After decades of delay, the Environmental Protection Agency established legally-enforceable levels of six PFAS commonly found in drinking water. The legislation is considered a key step toward wider consumer protection related to PFAS.
What Is The National Primary Drinking Water Regulation?
The National Primary Drinking Water Regulation (NPDWR) expands on several state-led efforts to establish safe levels of PFAS in drinking water. The federal effort collates the work of several state programs to create a nationwide level for these six key PFAS.
The six types of PFAS included in the regulations are:
- perfluorooctanoic acid (PFOA)
- perfluorooctane sulfonic acid (PFOS)
- perfluorononanoic acid (PFNA)
- hexafluoropropylene oxide dimer acid (HFPO-DA, commonly known as GenX Chemicals)
- perfluorohexane sulfonic acid (PFHxS)
- perfluorobutane sulfonic acid (PFBS)
|Compound||Proposed MCLG||Proposed MCL (enforceable levels)|
|PFOA||Zero||4.0 parts per trillion (also expressed as ng/L)|
|HFPO-DA (commonly referred to as GenX Chemicals)|
What It Means
The regulation isn’t enforceable and may not be fully implemented until the end of 2023. The EPA allows for public comment and review (information on that below) which could see limits on each PFAS shift. The proposed regulation is an encouraging sign, however, that the EPA is committed to protecting American families from polluted drinking water.
The regulations would also require all public water systems to proactively monitor, alert and address elevated levels of PFAS. This would increase awareness in the general public for the presence of these six types of PFAS and the dozens of similar PFAS that tend to co-occur.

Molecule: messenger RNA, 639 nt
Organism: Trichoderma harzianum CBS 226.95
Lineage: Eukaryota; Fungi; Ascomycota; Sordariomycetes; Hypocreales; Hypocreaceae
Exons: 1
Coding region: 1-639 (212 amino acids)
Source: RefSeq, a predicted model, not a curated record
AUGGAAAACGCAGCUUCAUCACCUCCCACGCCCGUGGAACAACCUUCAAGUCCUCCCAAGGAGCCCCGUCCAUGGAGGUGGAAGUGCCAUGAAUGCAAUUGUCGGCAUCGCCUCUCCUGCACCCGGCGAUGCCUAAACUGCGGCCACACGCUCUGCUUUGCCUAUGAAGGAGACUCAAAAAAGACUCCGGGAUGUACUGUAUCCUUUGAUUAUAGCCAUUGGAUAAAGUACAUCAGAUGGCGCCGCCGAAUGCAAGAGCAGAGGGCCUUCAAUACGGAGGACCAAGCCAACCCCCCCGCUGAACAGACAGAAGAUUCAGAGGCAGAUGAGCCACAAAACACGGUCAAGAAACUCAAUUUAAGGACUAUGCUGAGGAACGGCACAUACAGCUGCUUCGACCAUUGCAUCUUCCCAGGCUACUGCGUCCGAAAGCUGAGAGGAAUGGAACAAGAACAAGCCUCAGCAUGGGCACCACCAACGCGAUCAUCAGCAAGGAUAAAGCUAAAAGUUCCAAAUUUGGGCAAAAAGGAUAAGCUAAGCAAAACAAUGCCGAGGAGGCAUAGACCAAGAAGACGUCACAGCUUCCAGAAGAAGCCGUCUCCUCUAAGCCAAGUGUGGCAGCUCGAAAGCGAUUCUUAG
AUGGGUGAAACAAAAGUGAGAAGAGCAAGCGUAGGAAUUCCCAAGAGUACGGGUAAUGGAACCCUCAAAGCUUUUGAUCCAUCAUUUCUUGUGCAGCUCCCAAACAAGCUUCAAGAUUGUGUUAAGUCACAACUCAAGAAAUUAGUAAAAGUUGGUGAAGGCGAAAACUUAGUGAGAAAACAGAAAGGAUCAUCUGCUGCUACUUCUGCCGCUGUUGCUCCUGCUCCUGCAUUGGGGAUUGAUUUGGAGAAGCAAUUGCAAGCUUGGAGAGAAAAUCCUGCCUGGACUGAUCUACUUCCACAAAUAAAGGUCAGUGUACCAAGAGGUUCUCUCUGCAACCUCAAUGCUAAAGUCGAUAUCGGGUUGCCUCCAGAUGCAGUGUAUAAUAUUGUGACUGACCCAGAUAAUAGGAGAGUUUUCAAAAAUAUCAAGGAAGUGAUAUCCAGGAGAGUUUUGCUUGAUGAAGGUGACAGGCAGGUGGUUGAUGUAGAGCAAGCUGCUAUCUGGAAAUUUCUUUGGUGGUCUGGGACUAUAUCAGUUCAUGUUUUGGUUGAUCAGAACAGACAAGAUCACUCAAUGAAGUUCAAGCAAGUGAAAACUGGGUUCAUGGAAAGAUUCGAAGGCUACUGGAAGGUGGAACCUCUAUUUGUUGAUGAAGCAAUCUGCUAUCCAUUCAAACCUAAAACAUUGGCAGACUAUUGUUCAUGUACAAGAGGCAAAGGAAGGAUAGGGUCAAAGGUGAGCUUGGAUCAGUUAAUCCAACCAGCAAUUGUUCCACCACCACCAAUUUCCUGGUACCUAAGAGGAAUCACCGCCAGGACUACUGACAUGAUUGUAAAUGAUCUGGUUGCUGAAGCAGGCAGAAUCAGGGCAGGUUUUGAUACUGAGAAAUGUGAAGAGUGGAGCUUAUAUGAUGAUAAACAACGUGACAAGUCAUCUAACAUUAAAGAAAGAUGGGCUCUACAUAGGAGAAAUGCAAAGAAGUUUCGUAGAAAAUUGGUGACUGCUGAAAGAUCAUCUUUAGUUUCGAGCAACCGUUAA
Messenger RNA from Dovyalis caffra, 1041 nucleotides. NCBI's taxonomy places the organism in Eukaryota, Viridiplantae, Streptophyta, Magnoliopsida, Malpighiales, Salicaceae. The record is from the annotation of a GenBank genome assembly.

How We Finally Got PFAS Drinking Water Standards
The roots of the NPDWR are in the Safe Drinking Water Act. The SDWA was substantially strengthened by several amendments in 1996, which allowed the EPA to include more than 90 contaminants and provide expanded regulatory guidance to public water works across the country. The SDWA has championed improved standards within the FDA and leveraged public input, its Science Advisory Board, and state and local governments to advance the NPDWR.
How You Can Get Involved
The EPA’s public comment period begins once the regulation is published in the Federal Register. You can submit your thoughts and support strict PFAS regulations.
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